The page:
For example, let’s calculate the tax on both Short-Term Capital Gains (STCG) and Long-Term Capital Gains (LTCG) with the given conditions:

Short-Term Capital Gains (STCG)

Let us take an example of when you buy and sell a stock within 3 months. Let’s say you bought a lot of stock at ₹10,00,000.

  • Bought at: ₹10,00,000
  • You sold at: ₹15,00,000
  • Profit:₹5,00,000

Calculation of Tax:

1. Total Income: ₹6,00,000 (annual income) + ₹5,00,000 (STCG) = ₹11,00,000

2. Tax on Income (excluding STCG): For ₹6,00,000 (as per FY 2023-24 tax slabs):

Upto ₹2,50,000: Nil

₹2,50,001 to ₹5,00,000: 5% of ₹2,50,000 = ₹12,500

₹5,00,001 to ₹6,00,000: 10% of ₹1,00,000 = ₹10,000

Total: ₹12,500 + ₹10,000 = ₹22,500

3. Tax on STCG: 15% of ₹5,00,000 = ₹75,000

4. Total Tax Payable: ₹22,500 + ₹75,000 = ₹97,500

Long-Term Capital Gains (LTCG)

Let us take an example of when you buy and sell a stock after holding it for more than 12 months. Let’s say you bought a lot of stock at ₹10,00,000.

  • Bought at: ₹10,00,000
  • You sold at: ₹15,00,000
  • Profit: ₹5,00,000

Indexation benefit: Suppose the Cost Inflation Index (CII) at the time of purchase was 250 and at the time of sale was 280. The indexed purchase price would be:

  • Indexed purchase price = (Purchase price × CII at sale) / CII at purchase
  • Indexed purchase price = (₹10,00,000 × 280) / 250
  • Indexed purchase price = ₹11,20,000

Adjusted profit after indexation:

  • Adjusted profit = Sale price – Indexed purchase price
  • Adjusted profit = ₹15,00,000 – ₹11,20,000
  • Adjusted profit = ₹3,80,000

Calculation of Tax:

1. Total Income: ₹6,00,000 (annual income) + ₹3,80,000 (LTCG) = ₹9,80,000

2. Tax on Income (excluding LTCG): For ₹6,00,000 (as per FY 2023-24 tax slabs):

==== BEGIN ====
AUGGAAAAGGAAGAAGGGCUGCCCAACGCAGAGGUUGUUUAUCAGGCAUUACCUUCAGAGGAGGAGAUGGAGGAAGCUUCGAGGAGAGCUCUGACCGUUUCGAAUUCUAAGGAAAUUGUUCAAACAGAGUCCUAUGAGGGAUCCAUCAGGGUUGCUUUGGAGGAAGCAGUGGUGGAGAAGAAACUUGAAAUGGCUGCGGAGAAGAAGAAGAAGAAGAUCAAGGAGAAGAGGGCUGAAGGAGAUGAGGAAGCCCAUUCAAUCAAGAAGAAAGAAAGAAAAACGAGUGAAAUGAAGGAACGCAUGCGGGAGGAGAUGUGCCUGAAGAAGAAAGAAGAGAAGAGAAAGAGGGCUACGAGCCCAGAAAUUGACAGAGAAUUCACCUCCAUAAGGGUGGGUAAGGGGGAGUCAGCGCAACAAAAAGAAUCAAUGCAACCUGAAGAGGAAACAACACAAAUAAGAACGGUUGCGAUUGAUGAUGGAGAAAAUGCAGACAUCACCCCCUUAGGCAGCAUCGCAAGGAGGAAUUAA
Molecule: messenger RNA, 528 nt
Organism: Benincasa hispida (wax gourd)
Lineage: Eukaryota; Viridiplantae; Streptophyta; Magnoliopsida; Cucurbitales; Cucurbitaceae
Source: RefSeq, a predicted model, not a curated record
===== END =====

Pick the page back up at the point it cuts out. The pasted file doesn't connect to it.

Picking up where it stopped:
Upto ₹2,50,000: Nil

₹2,50,001 to ₹5,00,000: 5% of ₹2,50,000 = ₹12,500

₹5,00,001 to ₹6,00,000: 10% of ₹1,00,000 = ₹10,000

Total: ₹12,500 + ₹10,000 = ₹22,500

3. Tax on LTCG: 10% of ₹3,80,000 = ₹38,000

4. Total Tax Payable: ₹22,500 + ₹38,000 = ₹60,500


  • STCG Tax: ₹97,500
  • LTCG Tax: ₹60,500

Common Mistakes in Filing Tax for Stock Trading

Filing taxes for stock trading can be complex, and it’s easy to make mistakes. Let’s look at some of the common mistakes and how you can avoid them.

  1. Not reporting all of your income: Always report all income from stock trading. This includes dividends and capital gains. Take extra precautions so that all of these are timely reported since failing to do so will result in penalties. 
  2. Incorrect calculations: Accurate capital gain calculation is crucial. Account for all costs associated with the trade, such as brokerage fees and other charges. Run the math a couple of times and approve of it only when you see consistent results.
  3. Ignoring tax loss harvesting: If you incurred any losses on your trades, you can declare them as well. You can then use these losses to balance out the capital gains, hence reducing your tax liability. This method of stock market loss tax deduction in India is quite useful.
  4. Filing late: The Income Tax Department of India has strict deadlines for filing returns. If you miss these deadlines, you will suffer late filing penalties.
  5. Missing records: Keeping track of all of your trades, including dates, rates, and fees is an essential practice for accurate tax filing.


Once you choose stock trading as a source of income, you need to be aware of taxes applicable to such activities. It helps you plan your traders better and helps you avoid penalties in case of misses.